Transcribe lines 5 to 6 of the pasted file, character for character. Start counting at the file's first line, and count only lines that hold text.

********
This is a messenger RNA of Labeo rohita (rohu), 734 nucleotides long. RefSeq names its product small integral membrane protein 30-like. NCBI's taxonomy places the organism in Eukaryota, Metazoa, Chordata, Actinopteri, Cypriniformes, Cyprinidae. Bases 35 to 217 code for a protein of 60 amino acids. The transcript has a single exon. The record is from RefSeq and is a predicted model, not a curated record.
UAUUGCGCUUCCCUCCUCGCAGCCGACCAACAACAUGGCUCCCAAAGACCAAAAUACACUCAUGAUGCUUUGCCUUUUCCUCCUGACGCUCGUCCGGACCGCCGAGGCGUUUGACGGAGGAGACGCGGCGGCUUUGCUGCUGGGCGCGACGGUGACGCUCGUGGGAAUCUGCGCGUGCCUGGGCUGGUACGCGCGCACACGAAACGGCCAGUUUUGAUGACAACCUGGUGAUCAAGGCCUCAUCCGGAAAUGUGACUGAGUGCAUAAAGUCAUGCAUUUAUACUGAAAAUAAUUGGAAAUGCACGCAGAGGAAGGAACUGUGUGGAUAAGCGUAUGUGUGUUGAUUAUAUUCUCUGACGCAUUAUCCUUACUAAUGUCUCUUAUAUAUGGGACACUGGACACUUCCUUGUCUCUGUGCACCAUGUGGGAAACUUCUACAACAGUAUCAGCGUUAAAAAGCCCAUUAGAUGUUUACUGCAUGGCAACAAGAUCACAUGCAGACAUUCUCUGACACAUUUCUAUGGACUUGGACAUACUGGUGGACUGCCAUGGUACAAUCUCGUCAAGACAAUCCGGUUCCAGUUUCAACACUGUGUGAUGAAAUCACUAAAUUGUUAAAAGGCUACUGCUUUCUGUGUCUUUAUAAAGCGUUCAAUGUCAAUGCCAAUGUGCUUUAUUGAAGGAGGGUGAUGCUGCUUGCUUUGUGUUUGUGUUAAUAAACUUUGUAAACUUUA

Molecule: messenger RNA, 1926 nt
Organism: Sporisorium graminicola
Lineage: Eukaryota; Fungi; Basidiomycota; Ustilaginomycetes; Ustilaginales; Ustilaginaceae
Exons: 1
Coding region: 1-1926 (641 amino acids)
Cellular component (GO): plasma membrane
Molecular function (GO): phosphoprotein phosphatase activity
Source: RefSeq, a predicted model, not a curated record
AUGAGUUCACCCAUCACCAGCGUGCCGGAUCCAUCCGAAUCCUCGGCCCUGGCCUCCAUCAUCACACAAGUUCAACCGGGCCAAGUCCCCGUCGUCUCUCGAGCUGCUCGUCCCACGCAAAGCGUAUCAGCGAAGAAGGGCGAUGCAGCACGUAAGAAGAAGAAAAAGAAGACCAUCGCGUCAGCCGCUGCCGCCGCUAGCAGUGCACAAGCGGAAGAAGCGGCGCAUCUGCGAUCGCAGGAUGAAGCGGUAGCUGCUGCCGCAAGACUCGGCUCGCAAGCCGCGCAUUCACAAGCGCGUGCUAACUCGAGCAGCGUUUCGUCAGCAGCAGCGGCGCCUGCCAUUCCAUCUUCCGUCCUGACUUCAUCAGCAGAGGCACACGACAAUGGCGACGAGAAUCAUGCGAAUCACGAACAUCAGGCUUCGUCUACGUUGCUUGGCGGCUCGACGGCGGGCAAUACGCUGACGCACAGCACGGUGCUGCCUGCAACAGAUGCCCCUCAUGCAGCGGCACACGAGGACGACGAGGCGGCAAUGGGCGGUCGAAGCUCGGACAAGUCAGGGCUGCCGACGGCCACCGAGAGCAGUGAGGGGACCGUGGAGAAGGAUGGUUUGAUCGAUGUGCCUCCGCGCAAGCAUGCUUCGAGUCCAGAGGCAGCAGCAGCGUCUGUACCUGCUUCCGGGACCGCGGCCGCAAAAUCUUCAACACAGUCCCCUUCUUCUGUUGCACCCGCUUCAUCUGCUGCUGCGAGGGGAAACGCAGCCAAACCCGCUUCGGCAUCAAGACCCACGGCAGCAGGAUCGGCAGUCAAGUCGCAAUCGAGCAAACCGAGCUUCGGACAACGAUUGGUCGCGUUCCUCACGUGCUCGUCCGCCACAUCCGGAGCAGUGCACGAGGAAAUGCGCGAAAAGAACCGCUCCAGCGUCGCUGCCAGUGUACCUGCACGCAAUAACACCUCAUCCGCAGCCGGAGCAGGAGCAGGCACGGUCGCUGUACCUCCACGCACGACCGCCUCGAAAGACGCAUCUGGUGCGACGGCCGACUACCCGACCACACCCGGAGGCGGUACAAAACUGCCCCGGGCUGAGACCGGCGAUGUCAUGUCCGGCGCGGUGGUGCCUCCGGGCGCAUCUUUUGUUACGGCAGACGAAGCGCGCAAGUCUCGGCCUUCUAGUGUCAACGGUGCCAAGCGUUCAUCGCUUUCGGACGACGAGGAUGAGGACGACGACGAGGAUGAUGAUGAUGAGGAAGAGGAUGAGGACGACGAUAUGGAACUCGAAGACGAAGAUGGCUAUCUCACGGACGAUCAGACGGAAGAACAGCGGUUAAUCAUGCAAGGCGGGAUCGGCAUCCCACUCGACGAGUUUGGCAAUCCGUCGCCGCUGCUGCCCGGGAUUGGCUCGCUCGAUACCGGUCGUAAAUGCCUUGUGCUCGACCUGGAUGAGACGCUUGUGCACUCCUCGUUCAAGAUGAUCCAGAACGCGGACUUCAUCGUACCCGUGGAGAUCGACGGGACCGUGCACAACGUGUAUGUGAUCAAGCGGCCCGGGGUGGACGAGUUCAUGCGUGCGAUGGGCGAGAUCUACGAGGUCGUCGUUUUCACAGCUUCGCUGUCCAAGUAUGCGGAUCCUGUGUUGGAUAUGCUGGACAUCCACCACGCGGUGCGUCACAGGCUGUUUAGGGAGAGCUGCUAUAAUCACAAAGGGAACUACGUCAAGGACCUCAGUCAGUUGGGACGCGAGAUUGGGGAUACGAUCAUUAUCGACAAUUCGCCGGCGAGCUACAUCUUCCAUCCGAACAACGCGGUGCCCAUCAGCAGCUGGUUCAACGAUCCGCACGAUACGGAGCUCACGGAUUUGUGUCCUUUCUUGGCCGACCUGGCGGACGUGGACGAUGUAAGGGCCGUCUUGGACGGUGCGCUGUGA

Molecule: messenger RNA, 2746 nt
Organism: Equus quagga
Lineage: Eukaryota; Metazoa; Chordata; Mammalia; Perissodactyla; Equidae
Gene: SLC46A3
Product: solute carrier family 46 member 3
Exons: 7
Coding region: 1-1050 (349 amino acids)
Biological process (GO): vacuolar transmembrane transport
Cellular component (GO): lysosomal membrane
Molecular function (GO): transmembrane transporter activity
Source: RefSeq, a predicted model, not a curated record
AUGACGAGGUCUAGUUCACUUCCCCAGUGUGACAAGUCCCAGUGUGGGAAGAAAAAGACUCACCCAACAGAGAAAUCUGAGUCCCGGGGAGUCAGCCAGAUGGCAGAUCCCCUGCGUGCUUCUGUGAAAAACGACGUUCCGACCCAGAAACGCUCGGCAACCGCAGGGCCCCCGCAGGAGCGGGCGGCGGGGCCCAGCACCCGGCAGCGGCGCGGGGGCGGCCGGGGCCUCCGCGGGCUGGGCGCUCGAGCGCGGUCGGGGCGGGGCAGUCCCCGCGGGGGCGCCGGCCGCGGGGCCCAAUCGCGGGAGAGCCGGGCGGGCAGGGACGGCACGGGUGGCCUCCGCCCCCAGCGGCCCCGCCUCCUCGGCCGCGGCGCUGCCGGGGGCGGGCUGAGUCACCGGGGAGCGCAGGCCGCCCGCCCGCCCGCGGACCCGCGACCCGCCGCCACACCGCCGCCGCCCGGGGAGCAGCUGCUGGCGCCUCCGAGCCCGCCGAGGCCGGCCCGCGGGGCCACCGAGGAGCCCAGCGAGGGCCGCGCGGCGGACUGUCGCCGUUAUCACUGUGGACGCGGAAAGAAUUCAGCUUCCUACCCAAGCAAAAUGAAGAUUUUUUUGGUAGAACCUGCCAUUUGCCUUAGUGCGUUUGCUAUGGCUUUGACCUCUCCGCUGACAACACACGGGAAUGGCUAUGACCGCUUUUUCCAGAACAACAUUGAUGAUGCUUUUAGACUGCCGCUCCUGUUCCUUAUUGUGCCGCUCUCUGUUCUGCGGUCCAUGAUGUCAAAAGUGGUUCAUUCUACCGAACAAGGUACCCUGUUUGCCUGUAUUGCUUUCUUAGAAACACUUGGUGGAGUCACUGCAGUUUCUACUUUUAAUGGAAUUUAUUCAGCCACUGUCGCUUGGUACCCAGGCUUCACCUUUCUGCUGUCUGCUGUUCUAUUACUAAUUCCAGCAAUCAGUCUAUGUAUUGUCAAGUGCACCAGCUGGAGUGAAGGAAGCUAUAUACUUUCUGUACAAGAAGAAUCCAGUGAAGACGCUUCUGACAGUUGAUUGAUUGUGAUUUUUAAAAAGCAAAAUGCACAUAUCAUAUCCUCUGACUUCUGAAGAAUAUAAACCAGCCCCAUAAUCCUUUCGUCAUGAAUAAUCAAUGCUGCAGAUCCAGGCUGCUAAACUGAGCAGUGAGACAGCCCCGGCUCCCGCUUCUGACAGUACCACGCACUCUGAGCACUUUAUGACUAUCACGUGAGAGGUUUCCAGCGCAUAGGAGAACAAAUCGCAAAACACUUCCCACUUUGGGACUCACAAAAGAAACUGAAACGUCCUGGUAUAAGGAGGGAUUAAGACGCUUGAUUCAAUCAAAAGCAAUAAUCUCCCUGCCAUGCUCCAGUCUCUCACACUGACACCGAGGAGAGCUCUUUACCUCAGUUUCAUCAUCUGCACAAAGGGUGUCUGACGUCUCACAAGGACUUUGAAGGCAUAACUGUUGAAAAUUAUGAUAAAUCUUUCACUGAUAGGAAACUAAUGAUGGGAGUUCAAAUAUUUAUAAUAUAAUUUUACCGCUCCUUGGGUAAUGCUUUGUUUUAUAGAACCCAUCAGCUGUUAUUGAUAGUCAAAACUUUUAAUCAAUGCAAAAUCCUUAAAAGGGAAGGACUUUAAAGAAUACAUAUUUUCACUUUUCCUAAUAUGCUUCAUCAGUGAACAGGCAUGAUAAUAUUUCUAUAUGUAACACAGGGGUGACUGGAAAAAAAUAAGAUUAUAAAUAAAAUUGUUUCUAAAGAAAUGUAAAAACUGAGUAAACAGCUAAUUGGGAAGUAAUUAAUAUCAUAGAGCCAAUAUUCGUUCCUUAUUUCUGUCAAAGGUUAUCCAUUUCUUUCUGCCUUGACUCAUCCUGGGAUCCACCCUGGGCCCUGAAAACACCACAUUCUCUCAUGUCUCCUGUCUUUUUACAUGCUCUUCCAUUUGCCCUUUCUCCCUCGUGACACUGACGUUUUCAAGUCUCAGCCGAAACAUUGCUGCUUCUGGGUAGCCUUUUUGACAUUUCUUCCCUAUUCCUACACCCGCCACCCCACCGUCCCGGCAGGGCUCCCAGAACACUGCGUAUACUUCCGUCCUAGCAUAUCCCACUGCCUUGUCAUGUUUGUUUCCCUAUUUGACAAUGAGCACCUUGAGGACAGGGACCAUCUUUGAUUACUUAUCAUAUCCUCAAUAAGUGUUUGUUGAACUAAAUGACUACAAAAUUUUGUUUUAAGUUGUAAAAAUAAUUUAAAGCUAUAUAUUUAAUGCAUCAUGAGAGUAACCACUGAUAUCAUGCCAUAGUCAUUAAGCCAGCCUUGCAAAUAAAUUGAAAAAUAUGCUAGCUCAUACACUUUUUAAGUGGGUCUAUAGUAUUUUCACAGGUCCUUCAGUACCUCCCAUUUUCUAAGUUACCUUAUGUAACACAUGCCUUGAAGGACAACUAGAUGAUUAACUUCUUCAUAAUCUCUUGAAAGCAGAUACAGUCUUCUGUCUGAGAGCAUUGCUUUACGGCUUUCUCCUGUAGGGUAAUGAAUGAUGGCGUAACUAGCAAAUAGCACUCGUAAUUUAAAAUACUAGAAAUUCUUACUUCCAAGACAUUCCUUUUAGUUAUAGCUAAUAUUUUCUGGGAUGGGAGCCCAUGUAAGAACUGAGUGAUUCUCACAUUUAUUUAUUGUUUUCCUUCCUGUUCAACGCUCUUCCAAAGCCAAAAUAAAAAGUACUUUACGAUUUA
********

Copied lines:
Lineage: Eukaryota; Fungi; Basidiomycota; Ustilaginomycetes; Ustilaginales; Ustilaginaceae
Exons: 1